Despite being a state party to the Convention against Torture (CAT) since 1997, the country submitted its first national report a decade late. 

Our partners, ESOHR, ALQST and others have identified 3 junctures in the administration of justice in Saudi Arabia when torture is most likely to occur: 

  • at the time of arrest and immediately after;
  • during formal, pre-trial detention
  • and even after conviction. 

That is, at every stage in the criminal justice system.

ESOHR research published in June 2022 set out examples in respect to these findings.

They found that border guards made arrests and that detainees faced beating and other cruel, inhuman and degrading (CID) treatment amounting to torture; that mass arrests carried out in 2017 in eastern Saudi Arabia (Qatif) by Special Forces on grounds of counter-terrorism resulted in instances of torture; and that police stations themselves were locations in which officials tortured. ESOHR has detailed 2 instances of torture in pre-trial detention and a furthew 14 cases of torture during trial proceedings, notably in cases before the Specialised Criminal Court, the very one identified by the Committee against Torture. In 2022, ESOHR also set out 4 instances of post-conviction torture in detention.

For example:

In May 2014, border guards near the Jordanian border detained Hussain Abu al-Khair, a Jordanian of a poor background, working for a Saudi Arabia national as a driver. Officials asserted to have found a significant amount of a synthetic drug in his car. He denied they were his. His sister later said that he faced “twelve days of torture, including being suspended upside down by his ankles and being hit with sticks”. According to Human Rights Watch, Abu al-Khair later recanted his confession in court, stating that it was merely “the words of the investigator,” but the judge accepted the original confession as evidence and in January 2015 sentenced Abu al-Khair to death. In March 2017, an appeal court removed al-Khair’s guilty verdict; in November 2017, following a retrial ordered by the Saudi government, al-Khair was once again found guilty and sentenced to death.In March 2023, Saudi Arabia executed him.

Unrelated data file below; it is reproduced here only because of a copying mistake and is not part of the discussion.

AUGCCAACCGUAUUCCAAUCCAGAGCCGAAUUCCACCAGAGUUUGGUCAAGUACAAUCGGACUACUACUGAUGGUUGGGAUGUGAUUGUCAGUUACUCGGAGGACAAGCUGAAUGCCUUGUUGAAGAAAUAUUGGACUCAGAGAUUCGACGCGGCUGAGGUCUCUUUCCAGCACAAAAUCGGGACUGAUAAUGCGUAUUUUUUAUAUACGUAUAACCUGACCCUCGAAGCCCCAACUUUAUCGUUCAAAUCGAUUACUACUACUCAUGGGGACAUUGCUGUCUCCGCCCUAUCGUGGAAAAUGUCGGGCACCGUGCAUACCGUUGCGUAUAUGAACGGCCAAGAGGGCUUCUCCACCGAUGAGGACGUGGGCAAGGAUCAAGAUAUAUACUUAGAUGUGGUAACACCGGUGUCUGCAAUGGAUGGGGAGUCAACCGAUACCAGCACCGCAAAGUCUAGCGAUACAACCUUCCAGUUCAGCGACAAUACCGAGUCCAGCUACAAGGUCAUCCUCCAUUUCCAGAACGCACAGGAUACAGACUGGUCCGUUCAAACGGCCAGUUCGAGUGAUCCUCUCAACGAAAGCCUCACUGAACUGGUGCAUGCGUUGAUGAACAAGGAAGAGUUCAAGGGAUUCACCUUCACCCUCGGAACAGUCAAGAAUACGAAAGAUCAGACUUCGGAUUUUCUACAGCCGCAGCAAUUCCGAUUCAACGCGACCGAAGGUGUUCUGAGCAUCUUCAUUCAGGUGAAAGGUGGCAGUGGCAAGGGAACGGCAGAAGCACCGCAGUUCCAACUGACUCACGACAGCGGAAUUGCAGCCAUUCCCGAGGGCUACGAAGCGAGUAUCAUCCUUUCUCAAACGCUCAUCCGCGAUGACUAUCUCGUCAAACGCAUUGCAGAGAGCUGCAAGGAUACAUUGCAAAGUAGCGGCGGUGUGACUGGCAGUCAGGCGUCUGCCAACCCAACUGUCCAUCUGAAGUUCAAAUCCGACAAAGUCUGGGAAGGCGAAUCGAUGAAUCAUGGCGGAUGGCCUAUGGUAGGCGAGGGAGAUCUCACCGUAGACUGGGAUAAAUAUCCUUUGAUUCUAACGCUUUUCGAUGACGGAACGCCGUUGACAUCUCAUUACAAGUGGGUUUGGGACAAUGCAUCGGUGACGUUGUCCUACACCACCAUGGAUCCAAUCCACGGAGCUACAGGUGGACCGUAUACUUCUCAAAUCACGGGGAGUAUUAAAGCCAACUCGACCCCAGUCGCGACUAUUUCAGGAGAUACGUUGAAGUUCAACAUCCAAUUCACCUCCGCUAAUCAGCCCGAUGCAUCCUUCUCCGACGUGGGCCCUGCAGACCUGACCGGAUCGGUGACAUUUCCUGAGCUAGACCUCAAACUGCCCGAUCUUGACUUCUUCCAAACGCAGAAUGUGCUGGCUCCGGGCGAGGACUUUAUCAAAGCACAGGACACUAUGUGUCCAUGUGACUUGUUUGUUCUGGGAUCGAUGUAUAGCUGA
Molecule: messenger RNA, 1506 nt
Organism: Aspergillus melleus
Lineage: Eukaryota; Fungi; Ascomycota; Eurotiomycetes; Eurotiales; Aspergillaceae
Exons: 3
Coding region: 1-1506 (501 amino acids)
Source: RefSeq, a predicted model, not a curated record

In May 2015, border guards likewise detained 2 Bahraini nationals, Jaafar Sultan and Sadiq Thamer, who crossed the bridge from Bahrain to Saudi Arabia. Detained without an arrest warrant, they were subject to enforced disappearance – the family knew only of the arrest via local press reports.

In August 2015 – 3 months after his arrest – officials permitted Sadiq Thamer to contact his family. It later emerged that during his enforced disappearance at the General Investigation Prison in Dammam, officials held Thamer in solitary confinement for 100 days. They tortured him and forced him to sign a “confession”.

The government charged them with participating in demonstrations in Bahrain in 2011; covering up wanted persons in Bahrain, misleading the investigation authorities in Saudi Arabia, participating in the formation of a terrorist cell in Bahrain, receiving military and security training, and smuggling explosive materials to Saudi Arabia. They tried the 2 men in the Specialized Criminal Court, which is under the supervision of the ruler. 

A lawyer was not appointed for the two young men until after the trial sessions began, and the lawyer did not have access to all documents and information.During the trial, their defence team requested that evidence for the allegations be produced but the government refused to provide any.

Sentenced to death in November 2021; the Court of Appeal upheld the ruling in January 2022. At that stage, the United Nations Special Procedures called on the government to halt their execution, noting that the grounds on which the decision was made was flawed and would make its imposition arbitrary. On 6 April 2022 the Supreme Court upheld the ruling and on DATE executed them.